The Dish on Paid Time Off: How Will a New Requirement to Offer PTO Impact Local Employers?
Published: January 5, 2015
By Lucia Ruiz, Comstock’s Magazine
New legislation mandates California businesses to provide paid sick days to employees who do not already have access to paid time off. The Healthy Workplaces, Healthy Families Act (Assembly Bill 1522) was signed by Gov. Brown in September, making California the second state to implement statewide paid sick leave, following Connecticut.
The law, effective July 1 of this year, will entitle employees who have worked in California for 30 days or more paid sick leave for themselves or for a family member within a year from the start of employment. Employees are entitled to one hour for every 30 hours worked, but the employer may limit the use of sick days to 24 hours. Employees can accrue paid sick days to the next year, and accrued days can be reinstated if the employee is separated from the employer and rehired within one year. AB 1522 does not provide exemptions for small businesses or government employers.
Proponents of the Healthy Workplaces, Healthy Families Act include California Work and Family Coalition, Health Officers Association of California and California Labor Federation, AFL-CIO (a co-sponsor of the bill). They highlight the positive impact and long-term wellness benefits for employees who have access to PTO, saying it will benefit the 40 percent of Californians who do not already have the benefit.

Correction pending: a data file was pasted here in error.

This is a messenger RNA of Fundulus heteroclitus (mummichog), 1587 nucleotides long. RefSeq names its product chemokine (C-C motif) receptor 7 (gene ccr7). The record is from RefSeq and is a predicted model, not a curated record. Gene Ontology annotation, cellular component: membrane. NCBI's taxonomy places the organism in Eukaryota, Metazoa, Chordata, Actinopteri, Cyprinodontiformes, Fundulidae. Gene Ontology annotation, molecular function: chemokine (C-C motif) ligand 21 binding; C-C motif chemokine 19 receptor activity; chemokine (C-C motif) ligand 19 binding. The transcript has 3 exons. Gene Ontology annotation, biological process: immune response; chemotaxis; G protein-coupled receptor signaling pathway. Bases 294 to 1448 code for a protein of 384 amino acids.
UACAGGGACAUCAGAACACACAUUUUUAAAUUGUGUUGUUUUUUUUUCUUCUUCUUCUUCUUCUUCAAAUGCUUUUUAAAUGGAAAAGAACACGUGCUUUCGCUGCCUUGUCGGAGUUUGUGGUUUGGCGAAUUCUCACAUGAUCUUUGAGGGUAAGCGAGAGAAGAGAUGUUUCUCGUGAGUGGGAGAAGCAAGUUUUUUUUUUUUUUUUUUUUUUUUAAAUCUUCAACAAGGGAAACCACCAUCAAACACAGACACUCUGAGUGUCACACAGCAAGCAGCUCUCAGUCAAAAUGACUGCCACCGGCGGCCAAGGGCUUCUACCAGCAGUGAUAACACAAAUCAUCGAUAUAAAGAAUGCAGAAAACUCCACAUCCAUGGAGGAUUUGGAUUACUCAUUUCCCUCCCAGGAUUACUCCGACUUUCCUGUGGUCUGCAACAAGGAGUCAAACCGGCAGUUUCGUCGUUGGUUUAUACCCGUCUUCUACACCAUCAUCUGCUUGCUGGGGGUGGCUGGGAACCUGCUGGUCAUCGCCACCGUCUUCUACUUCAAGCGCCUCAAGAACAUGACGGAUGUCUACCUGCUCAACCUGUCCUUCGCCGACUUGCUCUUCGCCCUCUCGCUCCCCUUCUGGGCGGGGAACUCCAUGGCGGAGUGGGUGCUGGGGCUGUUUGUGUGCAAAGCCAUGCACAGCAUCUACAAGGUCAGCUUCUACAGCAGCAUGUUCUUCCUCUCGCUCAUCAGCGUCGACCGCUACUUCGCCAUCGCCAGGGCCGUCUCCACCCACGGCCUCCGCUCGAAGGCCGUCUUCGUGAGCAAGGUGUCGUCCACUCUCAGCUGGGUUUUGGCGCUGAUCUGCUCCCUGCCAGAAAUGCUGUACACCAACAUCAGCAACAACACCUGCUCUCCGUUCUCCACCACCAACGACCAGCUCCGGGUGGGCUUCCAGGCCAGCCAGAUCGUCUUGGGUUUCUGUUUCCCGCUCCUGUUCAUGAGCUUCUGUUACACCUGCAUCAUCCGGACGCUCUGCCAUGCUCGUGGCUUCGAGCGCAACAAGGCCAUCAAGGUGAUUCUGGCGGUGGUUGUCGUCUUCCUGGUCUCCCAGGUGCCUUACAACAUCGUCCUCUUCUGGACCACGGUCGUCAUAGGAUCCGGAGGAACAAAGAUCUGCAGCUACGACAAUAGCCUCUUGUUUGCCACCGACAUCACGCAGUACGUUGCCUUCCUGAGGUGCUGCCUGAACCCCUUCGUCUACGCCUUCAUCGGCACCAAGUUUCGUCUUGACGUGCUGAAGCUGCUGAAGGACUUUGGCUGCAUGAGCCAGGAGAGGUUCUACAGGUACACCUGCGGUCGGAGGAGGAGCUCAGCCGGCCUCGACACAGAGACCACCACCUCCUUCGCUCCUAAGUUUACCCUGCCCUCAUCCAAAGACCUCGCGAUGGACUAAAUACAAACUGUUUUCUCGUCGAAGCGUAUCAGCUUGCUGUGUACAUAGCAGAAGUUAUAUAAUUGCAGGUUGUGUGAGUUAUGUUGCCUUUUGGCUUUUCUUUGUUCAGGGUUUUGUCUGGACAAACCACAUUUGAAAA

Lizbeth West, shareholder at Weintraub Tobin, says this bill will also benefit employees who already receive PTO by allowing them to take “paid sick days for reasons that employers may not otherwise have designated.”
But the food-service industry has particular concerns about the bill. Chris Jarosz, a Sacramento restaurateur and president of the California Restaurant Association’s Sacramento chapter, says restaurants, unlike other types of employers, are being forced to “double the cost of an employee’s day off, because we have to pay a replacement to cover the shift. For a restaurant, it creates a huge extra expense.
“All of us in the hospitality industry value our employees and want to take care of our people,” he says, “but in this case it makes it very hard on us.”
Other opponents of the bill include the California Chamber of Commerce and California Employment Law Council. These groups maintain an alternative to mandatory PTO should be implemented, saying the law should incentivize PTO and reduce costs for employers in other areas in order to make paid sick leave more affordable for businesses.
The bill does not cover union workers, employees in the construction industry, providers of in-home supportive services and individuals employed by an air carrier, such as a flight deck or crew member.
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